The public finance branch of economics has seen a great deal of change in prevailing attitudes regarding the role of the market and the role of government in countries with democratic institutions and market economies.
Different functions have been added, over the past century, and especially after World War II, to the role that the government should play.
The laissez faire ideology of the past, that minimized the government role, was progressively abandoned until the last two decades of the 20th century, when there was an attempt to reduce the ambitious role that the government had assumed, and to give a growing role back to the market.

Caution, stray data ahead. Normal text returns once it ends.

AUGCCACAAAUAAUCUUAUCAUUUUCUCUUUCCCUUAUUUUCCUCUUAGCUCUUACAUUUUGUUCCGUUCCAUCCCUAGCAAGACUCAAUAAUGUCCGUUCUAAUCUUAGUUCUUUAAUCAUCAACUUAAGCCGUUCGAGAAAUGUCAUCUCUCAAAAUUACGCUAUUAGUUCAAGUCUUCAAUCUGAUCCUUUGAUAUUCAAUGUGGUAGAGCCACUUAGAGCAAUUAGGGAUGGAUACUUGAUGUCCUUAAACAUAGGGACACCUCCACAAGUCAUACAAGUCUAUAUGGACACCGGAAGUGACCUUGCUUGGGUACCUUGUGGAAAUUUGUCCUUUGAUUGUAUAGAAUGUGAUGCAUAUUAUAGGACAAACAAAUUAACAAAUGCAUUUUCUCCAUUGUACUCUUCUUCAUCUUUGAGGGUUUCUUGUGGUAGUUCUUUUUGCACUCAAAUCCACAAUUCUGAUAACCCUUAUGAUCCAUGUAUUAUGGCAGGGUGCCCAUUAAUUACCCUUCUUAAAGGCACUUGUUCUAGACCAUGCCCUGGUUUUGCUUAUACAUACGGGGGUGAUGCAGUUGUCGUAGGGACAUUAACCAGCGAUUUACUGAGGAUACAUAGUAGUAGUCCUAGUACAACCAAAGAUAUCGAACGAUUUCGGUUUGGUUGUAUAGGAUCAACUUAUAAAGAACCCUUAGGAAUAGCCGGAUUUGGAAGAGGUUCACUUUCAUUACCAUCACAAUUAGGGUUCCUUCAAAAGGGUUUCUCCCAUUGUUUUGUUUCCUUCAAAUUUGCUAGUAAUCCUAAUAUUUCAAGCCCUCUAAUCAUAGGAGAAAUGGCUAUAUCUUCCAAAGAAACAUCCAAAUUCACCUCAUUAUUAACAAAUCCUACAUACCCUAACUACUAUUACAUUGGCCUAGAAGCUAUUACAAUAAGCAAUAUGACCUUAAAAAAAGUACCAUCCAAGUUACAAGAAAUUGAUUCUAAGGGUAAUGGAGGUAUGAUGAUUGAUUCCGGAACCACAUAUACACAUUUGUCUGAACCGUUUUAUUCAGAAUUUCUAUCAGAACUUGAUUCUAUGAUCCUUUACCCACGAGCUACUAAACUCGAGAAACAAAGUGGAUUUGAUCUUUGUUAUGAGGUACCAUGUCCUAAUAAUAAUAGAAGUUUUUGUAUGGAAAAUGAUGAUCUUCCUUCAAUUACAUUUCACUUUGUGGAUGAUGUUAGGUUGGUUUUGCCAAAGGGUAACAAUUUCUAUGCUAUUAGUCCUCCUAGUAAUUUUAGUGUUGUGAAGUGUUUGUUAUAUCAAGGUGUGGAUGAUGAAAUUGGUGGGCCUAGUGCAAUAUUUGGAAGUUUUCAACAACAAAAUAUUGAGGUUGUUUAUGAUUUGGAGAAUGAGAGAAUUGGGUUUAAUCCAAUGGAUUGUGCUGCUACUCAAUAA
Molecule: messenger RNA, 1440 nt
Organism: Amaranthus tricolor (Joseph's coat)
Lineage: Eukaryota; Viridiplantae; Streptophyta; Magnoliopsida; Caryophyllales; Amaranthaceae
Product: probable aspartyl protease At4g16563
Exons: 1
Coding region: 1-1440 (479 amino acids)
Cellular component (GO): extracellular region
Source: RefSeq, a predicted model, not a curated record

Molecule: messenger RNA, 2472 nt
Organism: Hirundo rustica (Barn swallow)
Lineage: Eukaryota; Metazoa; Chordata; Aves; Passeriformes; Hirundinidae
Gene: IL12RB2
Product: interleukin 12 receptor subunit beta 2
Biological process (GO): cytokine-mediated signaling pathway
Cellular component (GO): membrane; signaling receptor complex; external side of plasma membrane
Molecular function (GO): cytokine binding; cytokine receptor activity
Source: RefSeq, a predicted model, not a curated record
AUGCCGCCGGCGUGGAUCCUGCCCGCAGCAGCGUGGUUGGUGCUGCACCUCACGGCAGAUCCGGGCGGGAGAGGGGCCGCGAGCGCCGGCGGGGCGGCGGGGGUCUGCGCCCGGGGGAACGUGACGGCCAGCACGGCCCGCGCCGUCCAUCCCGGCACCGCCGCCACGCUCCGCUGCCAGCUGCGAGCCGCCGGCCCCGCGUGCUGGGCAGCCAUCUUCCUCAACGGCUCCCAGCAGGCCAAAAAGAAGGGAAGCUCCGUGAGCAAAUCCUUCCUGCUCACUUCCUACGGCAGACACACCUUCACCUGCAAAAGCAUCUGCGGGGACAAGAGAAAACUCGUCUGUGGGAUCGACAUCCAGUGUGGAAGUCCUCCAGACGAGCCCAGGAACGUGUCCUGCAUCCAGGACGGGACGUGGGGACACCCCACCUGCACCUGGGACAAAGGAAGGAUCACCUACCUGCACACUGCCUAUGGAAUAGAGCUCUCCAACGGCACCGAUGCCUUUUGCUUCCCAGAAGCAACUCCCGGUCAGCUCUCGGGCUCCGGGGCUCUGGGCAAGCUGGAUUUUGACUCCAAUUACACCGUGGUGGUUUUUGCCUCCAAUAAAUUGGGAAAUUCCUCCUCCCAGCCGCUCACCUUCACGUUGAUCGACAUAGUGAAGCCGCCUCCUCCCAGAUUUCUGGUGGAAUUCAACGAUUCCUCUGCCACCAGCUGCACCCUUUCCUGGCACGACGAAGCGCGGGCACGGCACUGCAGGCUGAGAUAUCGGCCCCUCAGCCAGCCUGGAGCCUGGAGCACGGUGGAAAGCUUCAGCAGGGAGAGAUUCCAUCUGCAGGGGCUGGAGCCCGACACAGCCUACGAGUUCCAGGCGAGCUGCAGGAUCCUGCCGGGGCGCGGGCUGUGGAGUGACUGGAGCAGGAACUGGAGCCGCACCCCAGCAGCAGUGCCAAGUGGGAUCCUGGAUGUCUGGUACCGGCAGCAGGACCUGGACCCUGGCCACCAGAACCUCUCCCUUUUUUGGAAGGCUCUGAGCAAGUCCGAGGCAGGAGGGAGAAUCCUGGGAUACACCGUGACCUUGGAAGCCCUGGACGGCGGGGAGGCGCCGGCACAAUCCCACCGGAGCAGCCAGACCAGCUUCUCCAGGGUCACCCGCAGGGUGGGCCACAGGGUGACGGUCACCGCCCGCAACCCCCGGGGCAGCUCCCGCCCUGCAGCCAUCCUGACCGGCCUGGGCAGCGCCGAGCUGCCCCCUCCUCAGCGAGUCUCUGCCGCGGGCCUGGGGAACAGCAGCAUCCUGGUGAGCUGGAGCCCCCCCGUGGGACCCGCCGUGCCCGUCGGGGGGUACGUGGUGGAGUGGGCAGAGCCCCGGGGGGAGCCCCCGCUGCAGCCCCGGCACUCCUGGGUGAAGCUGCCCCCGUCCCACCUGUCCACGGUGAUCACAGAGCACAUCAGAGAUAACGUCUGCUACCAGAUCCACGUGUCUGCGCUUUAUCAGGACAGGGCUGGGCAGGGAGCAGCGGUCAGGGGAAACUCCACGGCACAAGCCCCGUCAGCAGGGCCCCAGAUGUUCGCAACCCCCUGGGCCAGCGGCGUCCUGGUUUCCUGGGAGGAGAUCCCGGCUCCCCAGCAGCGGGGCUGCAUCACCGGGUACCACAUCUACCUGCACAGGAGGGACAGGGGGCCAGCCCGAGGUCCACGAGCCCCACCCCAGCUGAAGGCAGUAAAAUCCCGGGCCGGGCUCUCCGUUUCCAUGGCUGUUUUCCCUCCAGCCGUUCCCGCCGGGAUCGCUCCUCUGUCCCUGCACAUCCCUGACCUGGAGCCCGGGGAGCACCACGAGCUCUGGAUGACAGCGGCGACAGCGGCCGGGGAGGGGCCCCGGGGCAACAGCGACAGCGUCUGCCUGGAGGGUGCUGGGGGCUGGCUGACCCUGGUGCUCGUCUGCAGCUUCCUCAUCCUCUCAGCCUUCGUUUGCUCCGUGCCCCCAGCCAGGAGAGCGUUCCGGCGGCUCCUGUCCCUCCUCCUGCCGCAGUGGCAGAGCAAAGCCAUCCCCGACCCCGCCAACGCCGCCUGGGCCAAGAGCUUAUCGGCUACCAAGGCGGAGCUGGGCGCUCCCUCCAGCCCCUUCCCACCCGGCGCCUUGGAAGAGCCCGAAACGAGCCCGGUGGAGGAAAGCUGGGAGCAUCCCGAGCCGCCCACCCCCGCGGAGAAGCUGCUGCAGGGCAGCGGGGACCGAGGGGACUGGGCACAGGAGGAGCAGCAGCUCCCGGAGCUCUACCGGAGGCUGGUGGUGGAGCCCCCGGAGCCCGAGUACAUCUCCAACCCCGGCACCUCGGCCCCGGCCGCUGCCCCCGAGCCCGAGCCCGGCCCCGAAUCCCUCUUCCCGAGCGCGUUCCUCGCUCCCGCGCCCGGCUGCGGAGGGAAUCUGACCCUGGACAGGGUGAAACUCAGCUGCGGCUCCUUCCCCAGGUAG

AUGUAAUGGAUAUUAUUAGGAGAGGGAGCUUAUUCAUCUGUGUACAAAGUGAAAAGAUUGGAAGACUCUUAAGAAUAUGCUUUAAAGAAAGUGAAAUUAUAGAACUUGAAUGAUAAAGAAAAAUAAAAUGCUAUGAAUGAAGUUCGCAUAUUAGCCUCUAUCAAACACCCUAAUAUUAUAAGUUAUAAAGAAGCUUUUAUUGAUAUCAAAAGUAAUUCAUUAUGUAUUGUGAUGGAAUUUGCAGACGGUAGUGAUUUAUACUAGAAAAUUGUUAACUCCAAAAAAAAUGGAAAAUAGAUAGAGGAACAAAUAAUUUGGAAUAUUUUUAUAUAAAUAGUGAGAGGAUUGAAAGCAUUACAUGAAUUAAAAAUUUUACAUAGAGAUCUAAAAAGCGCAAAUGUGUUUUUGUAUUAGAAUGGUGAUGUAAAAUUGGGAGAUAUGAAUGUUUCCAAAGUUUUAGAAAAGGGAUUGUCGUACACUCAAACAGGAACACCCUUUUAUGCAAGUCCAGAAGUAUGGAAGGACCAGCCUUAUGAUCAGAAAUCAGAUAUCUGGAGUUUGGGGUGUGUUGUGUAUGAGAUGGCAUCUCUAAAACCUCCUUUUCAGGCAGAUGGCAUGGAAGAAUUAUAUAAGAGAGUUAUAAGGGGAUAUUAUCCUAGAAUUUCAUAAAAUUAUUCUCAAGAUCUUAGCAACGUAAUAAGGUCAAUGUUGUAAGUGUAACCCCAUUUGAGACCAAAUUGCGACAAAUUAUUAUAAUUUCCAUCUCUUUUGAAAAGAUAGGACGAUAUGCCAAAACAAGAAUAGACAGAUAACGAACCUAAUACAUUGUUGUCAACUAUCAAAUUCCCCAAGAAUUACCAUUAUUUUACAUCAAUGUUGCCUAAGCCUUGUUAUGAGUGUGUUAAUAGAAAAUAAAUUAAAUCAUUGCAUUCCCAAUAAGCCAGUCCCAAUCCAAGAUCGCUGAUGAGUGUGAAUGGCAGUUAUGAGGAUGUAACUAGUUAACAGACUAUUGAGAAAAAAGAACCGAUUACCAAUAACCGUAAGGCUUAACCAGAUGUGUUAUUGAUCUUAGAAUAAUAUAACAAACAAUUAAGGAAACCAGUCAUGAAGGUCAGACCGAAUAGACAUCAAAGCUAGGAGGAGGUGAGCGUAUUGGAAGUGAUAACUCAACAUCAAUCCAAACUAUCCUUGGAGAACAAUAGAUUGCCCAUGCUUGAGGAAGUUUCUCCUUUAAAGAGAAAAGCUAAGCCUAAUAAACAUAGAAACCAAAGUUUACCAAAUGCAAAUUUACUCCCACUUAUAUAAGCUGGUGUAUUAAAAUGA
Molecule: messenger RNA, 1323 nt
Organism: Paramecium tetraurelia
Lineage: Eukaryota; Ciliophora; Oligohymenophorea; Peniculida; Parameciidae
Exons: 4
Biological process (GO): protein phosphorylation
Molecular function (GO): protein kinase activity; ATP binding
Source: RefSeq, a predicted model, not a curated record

This book explains how changes in both the market and the government have made public finance a more challenging, interesting and at times frustrating branch of economics.
It provides a cosmopolitan perspective and details the part that historical developments have played in shaping modern views.
The author explores the real life, practical nature of public finance and de-emphasizes the role of armchair theorizing by focusing on real issues that are seen from a community rather than an individualistic perspective. The Advanced Introduction to Public Finance offers a fresh look at the field for students, researchers and policymakers in economics, public administration, taxation, policy and economic history.